The overwhelming majority of Americans living in a multigenerational home (98 percent) say their household functions successfully, citing various factors that contribute to the success, many of which fall into three categories further delineated in the report: family relationships and interactions, home design and supports and services.

Generations United

During the Great Recession, many adult children found that they needed to move back home with their parents due to financial reasons or for childcare for their own small children. Whether it’s to care for aging parents or grandparents or to provide a lower cost of living for adult children, the benefits are clear.

  • Enhanced familial bonds across generations
  • Easier care for one or more family members
  • Improved finances for members of the family
  • Positive mental and physical health impacts
  • Allow one or more members of the family to pursue higher education or job training
  • Environmentally friendly
  • Pool resources for a bigger, better home

Nearly four-in-ten men ages 25 to 29 now live with older relatives

Pew Research

For older adults, there’s an added benefit of downsizing into an in-law suite in their adult child’s home – travel. Selling their home and moving in with their kids allows active adults to travel without worrying about their home being vacant or their pets not being properly cared for. Some travel the country like they’ve always wanted while maintaining a home base with their adult children.

Types Of Multigenerational Households

American families come in many beautiful varieties. The most common multigenerational households are three-generational. This usually consists of three generations – usually one or more working-age adults, their children, and either aging parent(s) or grandchildren.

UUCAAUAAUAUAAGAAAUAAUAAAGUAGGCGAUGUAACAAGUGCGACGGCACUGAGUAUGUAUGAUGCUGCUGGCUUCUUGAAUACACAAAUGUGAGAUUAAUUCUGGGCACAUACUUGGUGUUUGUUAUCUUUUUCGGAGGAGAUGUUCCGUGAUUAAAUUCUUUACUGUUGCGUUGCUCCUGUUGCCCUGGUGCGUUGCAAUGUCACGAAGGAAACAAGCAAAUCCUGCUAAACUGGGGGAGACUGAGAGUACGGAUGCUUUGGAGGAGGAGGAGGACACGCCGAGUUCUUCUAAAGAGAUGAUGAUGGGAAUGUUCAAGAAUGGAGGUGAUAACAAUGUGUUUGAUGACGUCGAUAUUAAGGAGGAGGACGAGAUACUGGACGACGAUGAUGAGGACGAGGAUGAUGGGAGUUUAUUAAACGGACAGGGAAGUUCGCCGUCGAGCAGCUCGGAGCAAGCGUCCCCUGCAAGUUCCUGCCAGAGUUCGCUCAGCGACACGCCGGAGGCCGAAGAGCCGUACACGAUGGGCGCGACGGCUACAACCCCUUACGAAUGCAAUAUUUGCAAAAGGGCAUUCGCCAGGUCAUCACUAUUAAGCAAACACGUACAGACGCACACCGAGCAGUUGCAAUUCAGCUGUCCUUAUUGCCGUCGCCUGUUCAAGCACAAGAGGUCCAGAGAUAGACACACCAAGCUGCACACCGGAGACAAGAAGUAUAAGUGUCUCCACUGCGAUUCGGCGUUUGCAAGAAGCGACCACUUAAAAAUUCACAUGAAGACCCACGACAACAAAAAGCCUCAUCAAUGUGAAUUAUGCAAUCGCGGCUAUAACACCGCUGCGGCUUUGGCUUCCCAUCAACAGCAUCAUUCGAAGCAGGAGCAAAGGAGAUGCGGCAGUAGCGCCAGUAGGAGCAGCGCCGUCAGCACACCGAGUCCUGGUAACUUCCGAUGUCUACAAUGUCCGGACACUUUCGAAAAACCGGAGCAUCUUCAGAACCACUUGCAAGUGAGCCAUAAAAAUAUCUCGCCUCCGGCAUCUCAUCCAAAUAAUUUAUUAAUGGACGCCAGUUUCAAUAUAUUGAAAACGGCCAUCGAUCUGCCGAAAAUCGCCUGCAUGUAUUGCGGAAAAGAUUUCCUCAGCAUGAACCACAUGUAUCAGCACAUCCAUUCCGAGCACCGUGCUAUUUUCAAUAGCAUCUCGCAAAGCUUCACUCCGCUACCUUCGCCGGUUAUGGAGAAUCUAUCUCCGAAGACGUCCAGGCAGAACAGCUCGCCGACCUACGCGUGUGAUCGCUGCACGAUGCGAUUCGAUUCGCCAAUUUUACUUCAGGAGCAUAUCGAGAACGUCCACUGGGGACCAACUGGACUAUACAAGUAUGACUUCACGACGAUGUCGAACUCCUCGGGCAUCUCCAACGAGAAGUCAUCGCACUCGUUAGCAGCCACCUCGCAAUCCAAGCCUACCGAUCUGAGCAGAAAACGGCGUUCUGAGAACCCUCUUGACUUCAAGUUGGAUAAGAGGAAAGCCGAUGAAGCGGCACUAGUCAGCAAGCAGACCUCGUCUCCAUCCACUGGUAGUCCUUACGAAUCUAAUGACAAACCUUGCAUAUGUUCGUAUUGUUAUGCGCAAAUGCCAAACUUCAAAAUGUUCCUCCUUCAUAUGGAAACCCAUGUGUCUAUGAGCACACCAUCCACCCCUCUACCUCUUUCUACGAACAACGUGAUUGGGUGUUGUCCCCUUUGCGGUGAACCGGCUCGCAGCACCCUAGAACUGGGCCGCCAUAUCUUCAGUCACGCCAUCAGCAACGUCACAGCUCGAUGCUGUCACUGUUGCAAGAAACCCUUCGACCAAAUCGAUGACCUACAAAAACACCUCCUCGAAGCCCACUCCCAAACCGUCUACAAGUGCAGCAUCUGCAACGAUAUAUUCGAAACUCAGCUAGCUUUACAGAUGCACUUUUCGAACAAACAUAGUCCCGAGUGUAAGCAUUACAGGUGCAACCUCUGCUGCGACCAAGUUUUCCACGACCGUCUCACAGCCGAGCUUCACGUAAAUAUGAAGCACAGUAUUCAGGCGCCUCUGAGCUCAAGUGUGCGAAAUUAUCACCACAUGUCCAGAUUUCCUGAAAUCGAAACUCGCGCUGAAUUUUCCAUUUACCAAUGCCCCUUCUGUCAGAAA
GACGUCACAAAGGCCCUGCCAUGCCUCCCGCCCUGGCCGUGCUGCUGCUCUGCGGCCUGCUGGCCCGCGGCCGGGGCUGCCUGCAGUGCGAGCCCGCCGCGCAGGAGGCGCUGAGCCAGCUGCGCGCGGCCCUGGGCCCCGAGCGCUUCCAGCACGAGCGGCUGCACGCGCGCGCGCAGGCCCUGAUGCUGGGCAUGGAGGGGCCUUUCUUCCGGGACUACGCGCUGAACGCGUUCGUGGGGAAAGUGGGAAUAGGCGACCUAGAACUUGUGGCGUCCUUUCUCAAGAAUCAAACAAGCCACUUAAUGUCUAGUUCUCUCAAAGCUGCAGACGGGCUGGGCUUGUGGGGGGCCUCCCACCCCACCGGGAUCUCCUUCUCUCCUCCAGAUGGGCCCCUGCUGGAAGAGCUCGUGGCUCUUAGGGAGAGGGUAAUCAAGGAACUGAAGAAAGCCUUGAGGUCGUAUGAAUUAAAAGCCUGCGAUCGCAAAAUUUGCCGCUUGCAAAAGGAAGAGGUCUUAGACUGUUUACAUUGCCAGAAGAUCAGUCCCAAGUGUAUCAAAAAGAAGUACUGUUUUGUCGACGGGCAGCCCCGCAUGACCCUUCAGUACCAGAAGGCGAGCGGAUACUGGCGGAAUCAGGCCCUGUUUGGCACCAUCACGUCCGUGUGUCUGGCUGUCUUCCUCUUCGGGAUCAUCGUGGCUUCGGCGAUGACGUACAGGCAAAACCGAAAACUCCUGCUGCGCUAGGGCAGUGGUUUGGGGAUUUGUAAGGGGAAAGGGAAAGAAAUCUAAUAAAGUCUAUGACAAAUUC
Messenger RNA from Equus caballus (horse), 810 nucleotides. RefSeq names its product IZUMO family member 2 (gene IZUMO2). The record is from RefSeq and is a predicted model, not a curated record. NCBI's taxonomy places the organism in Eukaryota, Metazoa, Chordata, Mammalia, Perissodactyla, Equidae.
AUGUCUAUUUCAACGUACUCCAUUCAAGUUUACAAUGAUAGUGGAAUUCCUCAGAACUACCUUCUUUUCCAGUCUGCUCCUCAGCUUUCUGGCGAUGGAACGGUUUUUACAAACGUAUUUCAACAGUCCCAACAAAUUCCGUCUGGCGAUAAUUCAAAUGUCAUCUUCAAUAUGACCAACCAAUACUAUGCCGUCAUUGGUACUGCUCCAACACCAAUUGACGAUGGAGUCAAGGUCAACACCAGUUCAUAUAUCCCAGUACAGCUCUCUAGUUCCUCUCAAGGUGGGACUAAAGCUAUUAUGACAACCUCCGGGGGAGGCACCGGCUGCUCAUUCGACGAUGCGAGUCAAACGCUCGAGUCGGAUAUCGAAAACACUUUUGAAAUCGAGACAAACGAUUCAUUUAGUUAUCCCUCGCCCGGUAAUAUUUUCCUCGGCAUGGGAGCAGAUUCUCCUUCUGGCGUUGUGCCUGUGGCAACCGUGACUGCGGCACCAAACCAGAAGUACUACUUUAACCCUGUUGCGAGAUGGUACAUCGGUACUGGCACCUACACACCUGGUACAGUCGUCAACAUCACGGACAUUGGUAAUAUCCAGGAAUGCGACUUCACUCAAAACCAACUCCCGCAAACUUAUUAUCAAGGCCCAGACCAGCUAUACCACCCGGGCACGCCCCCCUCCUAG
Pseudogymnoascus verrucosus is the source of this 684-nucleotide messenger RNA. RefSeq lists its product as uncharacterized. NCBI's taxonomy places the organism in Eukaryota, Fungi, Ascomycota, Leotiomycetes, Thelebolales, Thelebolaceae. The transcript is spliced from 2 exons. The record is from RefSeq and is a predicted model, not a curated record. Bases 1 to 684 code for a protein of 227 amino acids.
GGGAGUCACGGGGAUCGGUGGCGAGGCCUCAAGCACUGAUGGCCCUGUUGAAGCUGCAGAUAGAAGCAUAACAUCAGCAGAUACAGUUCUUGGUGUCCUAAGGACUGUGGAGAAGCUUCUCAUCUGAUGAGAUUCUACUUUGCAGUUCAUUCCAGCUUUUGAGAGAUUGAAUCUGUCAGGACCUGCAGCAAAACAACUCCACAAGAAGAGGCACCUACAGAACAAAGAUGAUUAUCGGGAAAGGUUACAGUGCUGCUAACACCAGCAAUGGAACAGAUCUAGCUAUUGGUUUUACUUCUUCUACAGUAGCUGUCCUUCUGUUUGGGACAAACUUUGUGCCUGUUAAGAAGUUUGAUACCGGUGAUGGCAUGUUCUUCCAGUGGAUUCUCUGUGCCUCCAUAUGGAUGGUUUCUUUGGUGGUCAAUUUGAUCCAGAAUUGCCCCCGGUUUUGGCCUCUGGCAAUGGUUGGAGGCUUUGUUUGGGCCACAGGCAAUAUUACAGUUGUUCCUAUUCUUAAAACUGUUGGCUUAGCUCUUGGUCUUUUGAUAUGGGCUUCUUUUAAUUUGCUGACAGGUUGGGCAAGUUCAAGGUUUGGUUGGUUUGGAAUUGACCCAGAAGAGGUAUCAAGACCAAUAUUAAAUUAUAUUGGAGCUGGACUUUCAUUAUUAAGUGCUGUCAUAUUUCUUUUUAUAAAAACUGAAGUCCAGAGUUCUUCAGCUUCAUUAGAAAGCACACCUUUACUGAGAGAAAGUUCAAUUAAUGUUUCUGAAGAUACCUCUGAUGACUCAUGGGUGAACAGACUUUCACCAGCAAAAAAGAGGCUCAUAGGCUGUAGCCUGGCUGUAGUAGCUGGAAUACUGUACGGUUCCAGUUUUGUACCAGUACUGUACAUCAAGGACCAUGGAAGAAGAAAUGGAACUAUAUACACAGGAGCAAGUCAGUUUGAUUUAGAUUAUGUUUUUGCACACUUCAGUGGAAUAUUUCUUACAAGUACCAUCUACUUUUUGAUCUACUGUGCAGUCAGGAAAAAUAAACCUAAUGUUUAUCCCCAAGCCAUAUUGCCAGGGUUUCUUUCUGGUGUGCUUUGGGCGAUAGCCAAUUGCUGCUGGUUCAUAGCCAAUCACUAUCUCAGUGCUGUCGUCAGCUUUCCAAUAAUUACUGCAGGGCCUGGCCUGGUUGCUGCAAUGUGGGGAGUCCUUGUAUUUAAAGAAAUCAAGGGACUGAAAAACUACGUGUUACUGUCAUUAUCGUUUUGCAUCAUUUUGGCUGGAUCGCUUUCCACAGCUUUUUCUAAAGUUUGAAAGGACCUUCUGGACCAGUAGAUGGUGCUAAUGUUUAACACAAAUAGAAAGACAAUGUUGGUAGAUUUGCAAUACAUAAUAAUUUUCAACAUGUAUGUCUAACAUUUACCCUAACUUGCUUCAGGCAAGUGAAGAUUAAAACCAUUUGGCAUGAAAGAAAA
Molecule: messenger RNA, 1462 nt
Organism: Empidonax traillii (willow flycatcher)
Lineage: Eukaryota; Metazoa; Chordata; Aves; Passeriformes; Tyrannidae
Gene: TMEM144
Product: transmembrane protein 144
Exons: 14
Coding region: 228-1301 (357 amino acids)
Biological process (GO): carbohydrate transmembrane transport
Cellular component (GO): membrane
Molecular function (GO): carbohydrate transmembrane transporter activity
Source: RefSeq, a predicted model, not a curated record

There are also Grandfamilies, which is a household headed by an older couple or individual living with grandchildren under the age of 18.

Two-adult generation households are usually made up of parents and their children, but this can also include parents moving in with their adult children.

Finally, the four-generation household is somewhat rare in the U.S. but gaining popularity. Four and five-generation households are becoming more commonplace as families discover the benefits of living together or nearby each other. This household may consist of great-grandparents, grandparents, working-age adults, and their children.

As one working mother explained, “I get housekeeping help from other family members. My children get child care, love, and attention from their great-grandmother and grandparents. Our great-grandmother receives the necessary support and care she needs. My husband and I get financial assistance from his parents and learn from their experience.”

How Does Multigenerational Living Work?

Sounds great on paper, right? But how do families actually make living together work? Let’s take a look at some multigenerational home scenarios for ideas.

Trudy & John

Trudy and her husband, John, had always dreamed of a large family. But between their jobs, their small home, and their stressful lives, they weren’t sure how to make it happen. That’s when Trudy’s parents offered them a solution: why not move in together?

At first, the idea seemed crazy. After all, Trudy’s parents were in their seventies and could hardly take care of themselves.

But as they explored the idea further they found that it was actually a great solution. They looked at homes for sale that would fit their needs. They knew they wanted some separate living spaces such as a rec room for the kids and a den for the grandparents. They found the perfect place that also had a great yard for both families’ dogs.

With two younger generations living together under one roof, everyone could help out. The grandparents provided childcare and housekeeping while Trudy and John worked during the day, and in return the young couple did the grocery shopping and took care of any home repairs the older generation couldn’t manage.

The arrangement worked out so well that it truly felt like one big family. It allowed everyone to spend more time together and share ideas, stories, and experiences without the confines of traditional roles. It was difficult to say goodbye every day when John went off to work, but Trudy knew he would be coming home to her loving parents—and her children would have them close by too.